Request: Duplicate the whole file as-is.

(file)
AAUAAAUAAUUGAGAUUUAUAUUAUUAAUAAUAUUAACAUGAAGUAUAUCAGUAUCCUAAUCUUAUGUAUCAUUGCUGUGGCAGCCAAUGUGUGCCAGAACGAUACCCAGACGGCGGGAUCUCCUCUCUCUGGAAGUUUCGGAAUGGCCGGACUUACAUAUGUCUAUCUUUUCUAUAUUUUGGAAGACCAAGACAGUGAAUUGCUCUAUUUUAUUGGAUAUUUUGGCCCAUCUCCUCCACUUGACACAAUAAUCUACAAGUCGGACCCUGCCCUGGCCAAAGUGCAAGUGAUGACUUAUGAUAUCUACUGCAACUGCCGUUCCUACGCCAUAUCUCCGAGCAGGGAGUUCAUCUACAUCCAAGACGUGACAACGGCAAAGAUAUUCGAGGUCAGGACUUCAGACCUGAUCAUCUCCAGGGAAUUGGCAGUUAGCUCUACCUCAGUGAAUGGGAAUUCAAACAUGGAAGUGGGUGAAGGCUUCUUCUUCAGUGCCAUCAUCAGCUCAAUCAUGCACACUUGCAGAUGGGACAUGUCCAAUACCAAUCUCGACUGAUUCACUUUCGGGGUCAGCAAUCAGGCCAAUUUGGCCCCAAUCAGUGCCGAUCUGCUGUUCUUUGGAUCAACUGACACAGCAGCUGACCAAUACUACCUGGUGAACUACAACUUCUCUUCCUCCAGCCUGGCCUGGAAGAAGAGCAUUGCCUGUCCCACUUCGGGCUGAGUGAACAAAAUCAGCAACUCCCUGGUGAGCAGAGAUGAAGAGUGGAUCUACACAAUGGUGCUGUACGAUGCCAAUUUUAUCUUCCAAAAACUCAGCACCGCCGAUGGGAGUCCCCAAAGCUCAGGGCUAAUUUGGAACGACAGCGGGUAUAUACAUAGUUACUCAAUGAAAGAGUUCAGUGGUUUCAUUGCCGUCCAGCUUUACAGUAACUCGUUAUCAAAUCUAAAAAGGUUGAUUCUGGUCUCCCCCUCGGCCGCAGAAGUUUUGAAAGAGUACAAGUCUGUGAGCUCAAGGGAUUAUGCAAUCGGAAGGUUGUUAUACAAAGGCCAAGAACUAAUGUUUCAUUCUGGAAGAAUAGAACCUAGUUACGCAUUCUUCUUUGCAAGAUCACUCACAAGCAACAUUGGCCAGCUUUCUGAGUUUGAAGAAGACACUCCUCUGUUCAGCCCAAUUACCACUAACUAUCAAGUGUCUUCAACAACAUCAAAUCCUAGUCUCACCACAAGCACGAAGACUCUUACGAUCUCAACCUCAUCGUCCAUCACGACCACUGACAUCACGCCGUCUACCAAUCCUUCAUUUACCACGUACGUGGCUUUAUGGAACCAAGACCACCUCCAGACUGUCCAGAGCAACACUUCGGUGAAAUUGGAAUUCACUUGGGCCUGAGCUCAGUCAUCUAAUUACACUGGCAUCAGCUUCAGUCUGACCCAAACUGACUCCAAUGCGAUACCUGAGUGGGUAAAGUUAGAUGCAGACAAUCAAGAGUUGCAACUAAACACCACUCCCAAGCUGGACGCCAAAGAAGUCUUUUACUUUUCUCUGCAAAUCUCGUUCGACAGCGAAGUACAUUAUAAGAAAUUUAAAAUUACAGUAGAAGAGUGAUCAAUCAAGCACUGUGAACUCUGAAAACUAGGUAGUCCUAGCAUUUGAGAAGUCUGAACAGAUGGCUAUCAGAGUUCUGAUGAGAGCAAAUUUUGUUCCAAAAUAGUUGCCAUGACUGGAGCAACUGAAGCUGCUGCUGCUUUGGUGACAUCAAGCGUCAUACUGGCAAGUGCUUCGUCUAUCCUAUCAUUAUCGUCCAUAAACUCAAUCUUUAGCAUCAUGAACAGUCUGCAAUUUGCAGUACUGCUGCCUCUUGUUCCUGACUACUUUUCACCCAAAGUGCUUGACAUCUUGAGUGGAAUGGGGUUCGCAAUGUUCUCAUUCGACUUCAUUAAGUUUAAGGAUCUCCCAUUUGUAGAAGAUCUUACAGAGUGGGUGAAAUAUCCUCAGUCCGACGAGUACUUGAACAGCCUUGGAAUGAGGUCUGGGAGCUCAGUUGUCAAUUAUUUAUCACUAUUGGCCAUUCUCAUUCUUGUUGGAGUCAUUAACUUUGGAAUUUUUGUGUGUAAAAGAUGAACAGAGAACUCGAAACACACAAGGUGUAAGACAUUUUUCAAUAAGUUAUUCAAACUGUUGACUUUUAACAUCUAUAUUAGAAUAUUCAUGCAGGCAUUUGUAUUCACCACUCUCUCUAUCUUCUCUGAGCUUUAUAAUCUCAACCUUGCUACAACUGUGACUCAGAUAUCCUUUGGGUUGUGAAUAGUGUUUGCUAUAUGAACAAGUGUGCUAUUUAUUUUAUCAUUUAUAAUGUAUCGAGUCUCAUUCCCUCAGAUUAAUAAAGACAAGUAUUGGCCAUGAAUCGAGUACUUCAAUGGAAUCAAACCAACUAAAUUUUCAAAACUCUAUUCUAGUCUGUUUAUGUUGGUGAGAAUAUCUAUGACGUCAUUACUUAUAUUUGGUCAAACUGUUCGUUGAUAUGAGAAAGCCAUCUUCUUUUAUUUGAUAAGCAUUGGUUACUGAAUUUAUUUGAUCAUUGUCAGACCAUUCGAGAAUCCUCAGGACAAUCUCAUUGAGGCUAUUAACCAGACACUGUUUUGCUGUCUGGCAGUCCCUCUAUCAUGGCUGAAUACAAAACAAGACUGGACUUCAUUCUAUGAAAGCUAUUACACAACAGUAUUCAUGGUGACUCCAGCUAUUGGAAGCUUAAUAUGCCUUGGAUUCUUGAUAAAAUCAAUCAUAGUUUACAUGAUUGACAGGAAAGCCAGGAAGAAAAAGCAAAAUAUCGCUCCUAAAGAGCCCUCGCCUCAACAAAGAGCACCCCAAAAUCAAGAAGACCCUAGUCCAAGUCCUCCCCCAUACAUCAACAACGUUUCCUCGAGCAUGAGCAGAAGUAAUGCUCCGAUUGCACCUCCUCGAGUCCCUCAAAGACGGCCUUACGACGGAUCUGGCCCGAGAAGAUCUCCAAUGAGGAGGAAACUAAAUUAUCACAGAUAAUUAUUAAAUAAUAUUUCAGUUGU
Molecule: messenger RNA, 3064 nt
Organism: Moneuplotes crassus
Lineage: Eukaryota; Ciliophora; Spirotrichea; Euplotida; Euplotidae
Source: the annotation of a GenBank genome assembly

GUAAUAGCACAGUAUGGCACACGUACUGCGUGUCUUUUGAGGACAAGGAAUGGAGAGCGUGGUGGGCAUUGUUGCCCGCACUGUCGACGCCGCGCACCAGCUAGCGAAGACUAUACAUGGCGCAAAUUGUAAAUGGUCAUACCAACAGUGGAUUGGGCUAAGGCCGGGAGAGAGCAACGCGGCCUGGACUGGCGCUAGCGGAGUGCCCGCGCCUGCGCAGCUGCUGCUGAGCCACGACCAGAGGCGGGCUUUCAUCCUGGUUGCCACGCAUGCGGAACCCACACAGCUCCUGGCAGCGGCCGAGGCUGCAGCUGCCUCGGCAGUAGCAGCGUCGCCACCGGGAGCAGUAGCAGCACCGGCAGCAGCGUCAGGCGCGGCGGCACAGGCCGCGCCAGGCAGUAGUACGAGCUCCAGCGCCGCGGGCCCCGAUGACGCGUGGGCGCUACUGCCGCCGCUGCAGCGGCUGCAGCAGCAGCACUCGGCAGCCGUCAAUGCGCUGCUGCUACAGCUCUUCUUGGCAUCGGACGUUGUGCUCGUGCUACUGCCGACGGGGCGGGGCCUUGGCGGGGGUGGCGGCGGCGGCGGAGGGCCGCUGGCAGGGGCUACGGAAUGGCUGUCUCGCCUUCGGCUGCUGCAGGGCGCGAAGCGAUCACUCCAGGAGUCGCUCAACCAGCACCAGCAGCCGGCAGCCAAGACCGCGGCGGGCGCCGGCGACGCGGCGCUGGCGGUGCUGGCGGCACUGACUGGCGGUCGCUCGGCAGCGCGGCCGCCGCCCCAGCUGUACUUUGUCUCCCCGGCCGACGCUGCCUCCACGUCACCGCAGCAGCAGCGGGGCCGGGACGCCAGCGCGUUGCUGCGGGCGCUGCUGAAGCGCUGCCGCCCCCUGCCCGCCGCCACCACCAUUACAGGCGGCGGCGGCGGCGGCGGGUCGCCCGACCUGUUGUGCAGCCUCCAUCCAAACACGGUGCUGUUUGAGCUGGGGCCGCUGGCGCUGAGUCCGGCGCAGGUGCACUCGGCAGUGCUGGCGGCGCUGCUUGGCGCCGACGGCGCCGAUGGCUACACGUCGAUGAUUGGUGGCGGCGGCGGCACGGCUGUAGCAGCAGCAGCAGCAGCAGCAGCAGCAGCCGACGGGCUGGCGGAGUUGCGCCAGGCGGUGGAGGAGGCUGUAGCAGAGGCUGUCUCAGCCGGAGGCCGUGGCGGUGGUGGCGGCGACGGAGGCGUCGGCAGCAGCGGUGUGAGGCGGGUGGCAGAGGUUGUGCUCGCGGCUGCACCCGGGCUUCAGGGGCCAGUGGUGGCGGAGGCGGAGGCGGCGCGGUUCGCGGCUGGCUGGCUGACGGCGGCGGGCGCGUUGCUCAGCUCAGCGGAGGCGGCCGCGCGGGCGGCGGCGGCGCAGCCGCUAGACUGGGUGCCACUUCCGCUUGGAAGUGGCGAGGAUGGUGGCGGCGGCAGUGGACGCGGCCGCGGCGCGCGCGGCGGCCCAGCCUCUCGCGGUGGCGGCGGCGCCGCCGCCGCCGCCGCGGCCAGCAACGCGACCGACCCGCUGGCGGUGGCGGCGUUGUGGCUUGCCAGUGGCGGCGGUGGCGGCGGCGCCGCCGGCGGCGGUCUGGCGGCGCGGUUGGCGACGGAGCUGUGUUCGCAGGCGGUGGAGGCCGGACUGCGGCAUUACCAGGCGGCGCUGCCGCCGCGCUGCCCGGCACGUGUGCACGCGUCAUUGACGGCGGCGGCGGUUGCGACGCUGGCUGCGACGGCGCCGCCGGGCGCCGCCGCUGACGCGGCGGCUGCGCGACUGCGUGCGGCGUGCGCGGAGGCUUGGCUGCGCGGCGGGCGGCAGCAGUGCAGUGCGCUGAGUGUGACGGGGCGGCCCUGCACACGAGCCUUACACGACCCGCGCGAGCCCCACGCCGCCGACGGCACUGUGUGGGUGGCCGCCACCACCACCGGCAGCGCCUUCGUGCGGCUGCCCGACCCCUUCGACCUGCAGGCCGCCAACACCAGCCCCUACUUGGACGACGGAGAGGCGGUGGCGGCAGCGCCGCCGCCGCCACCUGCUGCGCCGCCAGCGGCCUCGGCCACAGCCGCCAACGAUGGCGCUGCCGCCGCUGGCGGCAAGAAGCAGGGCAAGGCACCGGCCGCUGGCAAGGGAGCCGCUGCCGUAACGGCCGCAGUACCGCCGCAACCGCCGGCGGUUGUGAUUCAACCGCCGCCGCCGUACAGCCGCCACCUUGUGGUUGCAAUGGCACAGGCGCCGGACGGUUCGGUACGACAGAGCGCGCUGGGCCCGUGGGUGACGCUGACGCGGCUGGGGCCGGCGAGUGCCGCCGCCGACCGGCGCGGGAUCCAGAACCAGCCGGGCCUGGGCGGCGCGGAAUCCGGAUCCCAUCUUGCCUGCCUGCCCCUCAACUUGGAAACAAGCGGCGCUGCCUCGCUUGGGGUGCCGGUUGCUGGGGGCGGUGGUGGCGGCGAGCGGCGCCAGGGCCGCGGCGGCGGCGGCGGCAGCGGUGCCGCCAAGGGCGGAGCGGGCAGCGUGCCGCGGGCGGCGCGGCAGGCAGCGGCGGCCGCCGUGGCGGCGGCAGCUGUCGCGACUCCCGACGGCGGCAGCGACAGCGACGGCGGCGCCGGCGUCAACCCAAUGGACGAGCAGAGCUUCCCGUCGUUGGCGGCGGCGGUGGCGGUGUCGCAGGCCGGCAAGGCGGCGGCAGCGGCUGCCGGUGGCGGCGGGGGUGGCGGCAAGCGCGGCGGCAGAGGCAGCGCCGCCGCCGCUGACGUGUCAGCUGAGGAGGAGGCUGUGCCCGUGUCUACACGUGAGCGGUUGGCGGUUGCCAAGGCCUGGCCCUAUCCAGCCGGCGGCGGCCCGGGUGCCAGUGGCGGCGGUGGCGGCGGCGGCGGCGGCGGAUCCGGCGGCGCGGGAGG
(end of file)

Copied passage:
AAUAAAUAAUUGAGAUUUAUAUUAUUAAUAAUAUUAACAUGAAGUAUAUCAGUAUCCUAAUCUUAUGUAUCAUUGCUGUGGCAGCCAAUGUGUGCCAGAACGAUACCCAGACGGCGGGAUCUCCUCUCUCUGGAAGUUUCGGAAUGGCCGGACUUACAUAUGUCUAUCUUUUCUAUAUUUUGGAAGACCAAGACAGUGAAUUGCUCUAUUUUAUUGGAUAUUUUGGCCCAUCUCCUCCACUUGACACAAUAAUCUACAAGUCGGACCCUGCCCUGGCCAAAGUGCAAGUGAUGACUUAUGAUAUCUACUGCAACUGCCGUUCCUACGCCAUAUCUCCGAGCAGGGAGUUCAUCUACAUCCAAGACGUGACAACGGCAAAGAUAUUCGAGGUCAGGACUUCAGACCUGAUCAUCUCCAGGGAAUUGGCAGUUAGCUCUACCUCAGUGAAUGGGAAUUCAAACAUGGAAGUGGGUGAAGGCUUCUUCUUCAGUGCCAUCAUCAGCUCAAUCAUGCACACUUGCAGAUGGGACAUGUCCAAUACCAAUCUCGACUGAUUCACUUUCGGGGUCAGCAAUCAGGCCAAUUUGGCCCCAAUCAGUGCCGAUCUGCUGUUCUUUGGAUCAACUGACACAGCAGCUGACCAAUACUACCUGGUGAACUACAACUUCUCUUCCUCCAGCCUGGCCUGGAAGAAGAGCAUUGCCUGUCCCACUUCGGGCUGAGUGAACAAAAUCAGCAACUCCCUGGUGAGCAGAGAUGAAGAGUGGAUCUACACAAUGGUGCUGUACGAUGCCAAUUUUAUCUUCCAAAAACUCAGCACCGCCGAUGGGAGUCCCCAAAGCUCAGGGCUAAUUUGGAACGACAGCGGGUAUAUACAUAGUUACUCAAUGAAAGAGUUCAGUGGUUUCAUUGCCGUCCAGCUUUACAGUAACUCGUUAUCAAAUCUAAAAAGGUUGAUUCUGGUCUCCCCCUCGGCCGCAGAAGUUUUGAAAGAGUACAAGUCUGUGAGCUCAAGGGAUUAUGCAAUCGGAAGGUUGUUAUACAAAGGCCAAGAACUAAUGUUUCAUUCUGGAAGAAUAGAACCUAGUUACGCAUUCUUCUUUGCAAGAUCACUCACAAGCAACAUUGGCCAGCUUUCUGAGUUUGAAGAAGACACUCCUCUGUUCAGCCCAAUUACCACUAACUAUCAAGUGUCUUCAACAACAUCAAAUCCUAGUCUCACCACAAGCACGAAGACUCUUACGAUCUCAACCUCAUCGUCCAUCACGACCACUGACAUCACGCCGUCUACCAAUCCUUCAUUUACCACGUACGUGGCUUUAUGGAACCAAGACCACCUCCAGACUGUCCAGAGCAACACUUCGGUGAAAUUGGAAUUCACUUGGGCCUGAGCUCAGUCAUCUAAUUACACUGGCAUCAGCUUCAGUCUGACCCAAACUGACUCCAAUGCGAUACCUGAGUGGGUAAAGUUAGAUGCAGACAAUCAAGAGUUGCAACUAAACACCACUCCCAAGCUGGACGCCAAAGAAGUCUUUUACUUUUCUCUGCAAAUCUCGUUCGACAGCGAAGUACAUUAUAAGAAAUUUAAAAUUACAGUAGAAGAGUGAUCAAUCAAGCACUGUGAACUCUGAAAACUAGGUAGUCCUAGCAUUUGAGAAGUCUGAACAGAUGGCUAUCAGAGUUCUGAUGAGAGCAAAUUUUGUUCCAAAAUAGUUGCCAUGACUGGAGCAACUGAAGCUGCUGCUGCUUUGGUGACAUCAAGCGUCAUACUGGCAAGUGCUUCGUCUAUCCUAUCAUUAUCGUCCAUAAACUCAAUCUUUAGCAUCAUGAACAGUCUGCAAUUUGCAGUACUGCUGCCUCUUGUUCCUGACUACUUUUCACCCAAAGUGCUUGACAUCUUGAGUGGAAUGGGGUUCGCAAUGUUCUCAUUCGACUUCAUUAAGUUUAAGGAUCUCCCAUUUGUAGAAGAUCUUACAGAGUGGGUGAAAUAUCCUCAGUCCGACGAGUACUUGAACAGCCUUGGAAUGAGGUCUGGGAGCUCAGUUGUCAAUUAUUUAUCACUAUUGGCCAUUCUCAUUCUUGUUGGAGUCAUUAACUUUGGAAUUUUUGUGUGUAAAAGAUGAACAGAGAACUCGAAACACACAAGGUGUAAGACAUUUUUCAAUAAGUUAUUCAAACUGUUGACUUUUAACAUCUAUAUUAGAAUAUUCAUGCAGGCAUUUGUAUUCACCACUCUCUCUAUCUUCUCUGAGCUUUAUAAUCUCAACCUUGCUACAACUGUGACUCAGAUAUCCUUUGGGUUGUGAAUAGUGUUUGCUAUAUGAACAAGUGUGCUAUUUAUUUUAUCAUUUAUAAUGUAUCGAGUCUCAUUCCCUCAGAUUAAUAAAGACAAGUAUUGGCCAUGAAUCGAGUACUUCAAUGGAAUCAAACCAACUAAAUUUUCAAAACUCUAUUCUAGUCUGUUUAUGUUGGUGAGAAUAUCUAUGACGUCAUUACUUAUAUUUGGUCAAACUGUUCGUUGAUAUGAGAAAGCCAUCUUCUUUUAUUUGAUAAGCAUUGGUUACUGAAUUUAUUUGAUCAUUGUCAGACCAUUCGAGAAUCCUCAGGACAAUCUCAUUGAGGCUAUUAACCAGACACUGUUUUGCUGUCUGGCAGUCCCUCUAUCAUGGCUGAAUACAAAACAAGACUGGACUUCAUUCUAUGAAAGCUAUUACACAACAGUAUUCAUGGUGACUCCAGCUAUUGGAAGCUUAAUAUGCCUUGGAUUCUUGAUAAAAUCAAUCAUAGUUUACAUGAUUGACAGGAAAGCCAGGAAGAAAAAGCAAAAUAUCGCUCCUAAAGAGCCCUCGCCUCAACAAAGAGCACCCCAAAAUCAAGAAGACCCUAGUCCAAGUCCUCCCCCAUACAUCAACAACGUUUCCUCGAGCAUGAGCAGAAGUAAUGCUCCGAUUGCACCUCCUCGAGUCCCUCAAAGACGGCCUUACGACGGAUCUGGCCCGAGAAGAUCUCCAAUGAGGAGGAAACUAAAUUAUCACAGAUAAUUAUUAAAUAAUAUUUCAGUUGU
Molecule: messenger RNA, 3064 nt
Organism: Moneuplotes crassus
Lineage: Eukaryota; Ciliophora; Spirotrichea; Euplotida; Euplotidae
Source: the annotation of a GenBank genome assembly

GUAAUAGCACAGUAUGGCACACGUACUGCGUGUCUUUUGAGGACAAGGAAUGGAGAGCGUGGUGGGCAUUGUUGCCCGCACUGUCGACGCCGCGCACCAGCUAGCGAAGACUAUACAUGGCGCAAAUUGUAAAUGGUCAUACCAACAGUGGAUUGGGCUAAGGCCGGGAGAGAGCAACGCGGCCUGGACUGGCGCUAGCGGAGUGCCCGCGCCUGCGCAGCUGCUGCUGAGCCACGACCAGAGGCGGGCUUUCAUCCUGGUUGCCACGCAUGCGGAACCCACACAGCUCCUGGCAGCGGCCGAGGCUGCAGCUGCCUCGGCAGUAGCAGCGUCGCCACCGGGAGCAGUAGCAGCACCGGCAGCAGCGUCAGGCGCGGCGGCACAGGCCGCGCCAGGCAGUAGUACGAGCUCCAGCGCCGCGGGCCCCGAUGACGCGUGGGCGCUACUGCCGCCGCUGCAGCGGCUGCAGCAGCAGCACUCGGCAGCCGUCAAUGCGCUGCUGCUACAGCUCUUCUUGGCAUCGGACGUUGUGCUCGUGCUACUGCCGACGGGGCGGGGCCUUGGCGGGGGUGGCGGCGGCGGCGGAGGGCCGCUGGCAGGGGCUACGGAAUGGCUGUCUCGCCUUCGGCUGCUGCAGGGCGCGAAGCGAUCACUCCAGGAGUCGCUCAACCAGCACCAGCAGCCGGCAGCCAAGACCGCGGCGGGCGCCGGCGACGCGGCGCUGGCGGUGCUGGCGGCACUGACUGGCGGUCGCUCGGCAGCGCGGCCGCCGCCCCAGCUGUACUUUGUCUCCCCGGCCGACGCUGCCUCCACGUCACCGCAGCAGCAGCGGGGCCGGGACGCCAGCGCGUUGCUGCGGGCGCUGCUGAAGCGCUGCCGCCCCCUGCCCGCCGCCACCACCAUUACAGGCGGCGGCGGCGGCGGCGGGUCGCCCGACCUGUUGUGCAGCCUCCAUCCAAACACGGUGCUGUUUGAGCUGGGGCCGCUGGCGCUGAGUCCGGCGCAGGUGCACUCGGCAGUGCUGGCGGCGCUGCUUGGCGCCGACGGCGCCGAUGGCUACACGUCGAUGAUUGGUGGCGGCGGCGGCACGGCUGUAGCAGCAGCAGCAGCAGCAGCAGCAGCAGCCGACGGGCUGGCGGAGUUGCGCCAGGCGGUGGAGGAGGCUGUAGCAGAGGCUGUCUCAGCCGGAGGCCGUGGCGGUGGUGGCGGCGACGGAGGCGUCGGCAGCAGCGGUGUGAGGCGGGUGGCAGAGGUUGUGCUCGCGGCUGCACCCGGGCUUCAGGGGCCAGUGGUGGCGGAGGCGGAGGCGGCGCGGUUCGCGGCUGGCUGGCUGACGGCGGCGGGCGCGUUGCUCAGCUCAGCGGAGGCGGCCGCGCGGGCGGCGGCGGCGCAGCCGCUAGACUGGGUGCCACUUCCGCUUGGAAGUGGCGAGGAUGGUGGCGGCGGCAGUGGACGCGGCCGCGGCGCGCGCGGCGGCCCAGCCUCUCGCGGUGGCGGCGGCGCCGCCGCCGCCGCCGCGGCCAGCAACGCGACCGACCCGCUGGCGGUGGCGGCGUUGUGGCUUGCCAGUGGCGGCGGUGGCGGCGGCGCCGCCGGCGGCGGUCUGGCGGCGCGGUUGGCGACGGAGCUGUGUUCGCAGGCGGUGGAGGCCGGACUGCGGCAUUACCAGGCGGCGCUGCCGCCGCGCUGCCCGGCACGUGUGCACGCGUCAUUGACGGCGGCGGCGGUUGCGACGCUGGCUGCGACGGCGCCGCCGGGCGCCGCCGCUGACGCGGCGGCUGCGCGACUGCGUGCGGCGUGCGCGGAGGCUUGGCUGCGCGGCGGGCGGCAGCAGUGCAGUGCGCUGAGUGUGACGGGGCGGCCCUGCACACGAGCCUUACACGACCCGCGCGAGCCCCACGCCGCCGACGGCACUGUGUGGGUGGCCGCCACCACCACCGGCAGCGCCUUCGUGCGGCUGCCCGACCCCUUCGACCUGCAGGCCGCCAACACCAGCCCCUACUUGGACGACGGAGAGGCGGUGGCGGCAGCGCCGCCGCCGCCACCUGCUGCGCCGCCAGCGGCCUCGGCCACAGCCGCCAACGAUGGCGCUGCCGCCGCUGGCGGCAAGAAGCAGGGCAAGGCACCGGCCGCUGGCAAGGGAGCCGCUGCCGUAACGGCCGCAGUACCGCCGCAACCGCCGGCGGUUGUGAUUCAACCGCCGCCGCCGUACAGCCGCCACCUUGUGGUUGCAAUGGCACAGGCGCCGGACGGUUCGGUACGACAGAGCGCGCUGGGCCCGUGGGUGACGCUGACGCGGCUGGGGCCGGCGAGUGCCGCCGCCGACCGGCGCGGGAUCCAGAACCAGCCGGGCCUGGGCGGCGCGGAAUCCGGAUCCCAUCUUGCCUGCCUGCCCCUCAACUUGGAAACAAGCGGCGCUGCCUCGCUUGGGGUGCCGGUUGCUGGGGGCGGUGGUGGCGGCGAGCGGCGCCAGGGCCGCGGCGGCGGCGGCGGCAGCGGUGCCGCCAAGGGCGGAGCGGGCAGCGUGCCGCGGGCGGCGCGGCAGGCAGCGGCGGCCGCCGUGGCGGCGGCAGCUGUCGCGACUCCCGACGGCGGCAGCGACAGCGACGGCGGCGCCGGCGUCAACCCAAUGGACGAGCAGAGCUUCCCGUCGUUGGCGGCGGCGGUGGCGGUGUCGCAGGCCGGCAAGGCGGCGGCAGCGGCUGCCGGUGGCGGCGGGGGUGGCGGCAAGCGCGGCGGCAGAGGCAGCGCCGCCGCCGCUGACGUGUCAGCUGAGGAGGAGGCUGUGCCCGUGUCUACACGUGAGCGGUUGGCGGUUGCCAAGGCCUGGCCCUAUCCAGCCGGCGGCGGCCCGGGUGCCAGUGGCGGCGGUGGCGGCGGCGGCGGCGGCGGAUCCGGCGGCGCGGGAGG